A panel of federal judges in California on Thursday, Nov. 9 halted the Trump administration’s termination of an Obama-era program that granted benefits to certain eligible undocumented youth including protection from deportation.
The three-judge panel of the 9th U.S. Circuit Court of Appeals ruled that the Deferred Action for Childhood Arrivals (DACA) program is to stay in effect; last year, the Trump administration announced its plans to terminate the program after claiming former President Barack Obama’s executive order putting DACA into effect violated the constitution.
“We conclude the plaintiffs are likely to succeed on their claim that the rescission of DACA — at least as justified on this record — is arbitrary, capricious, or otherwise not in accordance to law,” Judge Kim McLane Wardlaw wrote in her opinion.
On Sept. 5, 2017 the Trump administration announced its plan to end the Obama-era program, opening up the possibility of the long-awaited passage of the DREAM Act, which would provide a pathway to citizenship to DACA recipients.
Many recipients of DACA — and undocumented youth in general — were brought to the United States as children, and with DACA, were given certain benefits that would have never been available to them before, including protection from deportation, work authorization, wider education opportunities and driver’s licenses. (Specific benefits vary from state to state.)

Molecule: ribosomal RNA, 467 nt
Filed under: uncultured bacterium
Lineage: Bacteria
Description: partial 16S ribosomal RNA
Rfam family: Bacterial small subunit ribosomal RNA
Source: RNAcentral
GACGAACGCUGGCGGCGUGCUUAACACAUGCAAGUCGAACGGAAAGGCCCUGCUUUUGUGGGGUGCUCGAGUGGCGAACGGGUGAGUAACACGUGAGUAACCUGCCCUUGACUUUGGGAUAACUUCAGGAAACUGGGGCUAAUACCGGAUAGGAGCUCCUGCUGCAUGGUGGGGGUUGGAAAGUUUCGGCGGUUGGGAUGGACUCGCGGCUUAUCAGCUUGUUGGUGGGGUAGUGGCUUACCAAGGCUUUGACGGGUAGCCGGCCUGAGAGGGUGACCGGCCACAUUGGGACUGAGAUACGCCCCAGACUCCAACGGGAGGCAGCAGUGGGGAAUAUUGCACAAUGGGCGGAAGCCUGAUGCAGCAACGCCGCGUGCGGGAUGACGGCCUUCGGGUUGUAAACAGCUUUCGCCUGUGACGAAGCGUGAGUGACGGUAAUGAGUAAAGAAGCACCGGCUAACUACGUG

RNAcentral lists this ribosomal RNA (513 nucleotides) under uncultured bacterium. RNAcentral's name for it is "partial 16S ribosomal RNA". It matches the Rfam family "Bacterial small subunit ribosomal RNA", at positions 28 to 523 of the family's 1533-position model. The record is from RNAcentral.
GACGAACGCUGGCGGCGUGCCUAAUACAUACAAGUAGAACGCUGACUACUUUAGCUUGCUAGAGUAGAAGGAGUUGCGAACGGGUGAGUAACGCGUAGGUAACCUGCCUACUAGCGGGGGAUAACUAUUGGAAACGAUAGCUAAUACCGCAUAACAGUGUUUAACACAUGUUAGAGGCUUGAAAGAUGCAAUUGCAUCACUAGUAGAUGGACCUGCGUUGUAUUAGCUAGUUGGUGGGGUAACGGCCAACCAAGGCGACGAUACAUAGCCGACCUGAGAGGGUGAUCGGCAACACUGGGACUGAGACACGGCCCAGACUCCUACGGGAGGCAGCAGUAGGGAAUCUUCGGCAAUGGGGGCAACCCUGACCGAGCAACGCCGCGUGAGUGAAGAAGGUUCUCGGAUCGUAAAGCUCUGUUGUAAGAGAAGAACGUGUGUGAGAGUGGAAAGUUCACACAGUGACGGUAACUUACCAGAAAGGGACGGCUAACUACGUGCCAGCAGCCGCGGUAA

The Center for American Progress released a study last year that found that, through DACA’s work authorization piece, undocumented youth contributed positively to the overall American economy.
DACA recipients reported positive results like greater access to higher education and financial security, as well as social mobility.
The Trump administration’s decision to terminate DACA sparked intense outrage among immigrant rights’ advocates, lawmakers and the families of DACA recipients, and that outrage reached federal court rulings. Like this week’s ruling, many federal judges across the country have halted the termination of DACA using the same exact language as this week’s ruling: “arbitrary” and “capricious.”
Though the appeals court ruling is a win for DACA advocates, the nationwide injunction is likely to face the Supreme Court, which now clearly leans Republican after the confirmation of Judge Brett Kavanaugh in October.
“The good news is, by rejecting DACA in the 9th Circuit — finally, we’ve been waiting for that — we get it to the Supreme Court,” Trump said at the White House on Friday. “We want to be in the Supreme Court on DACA.”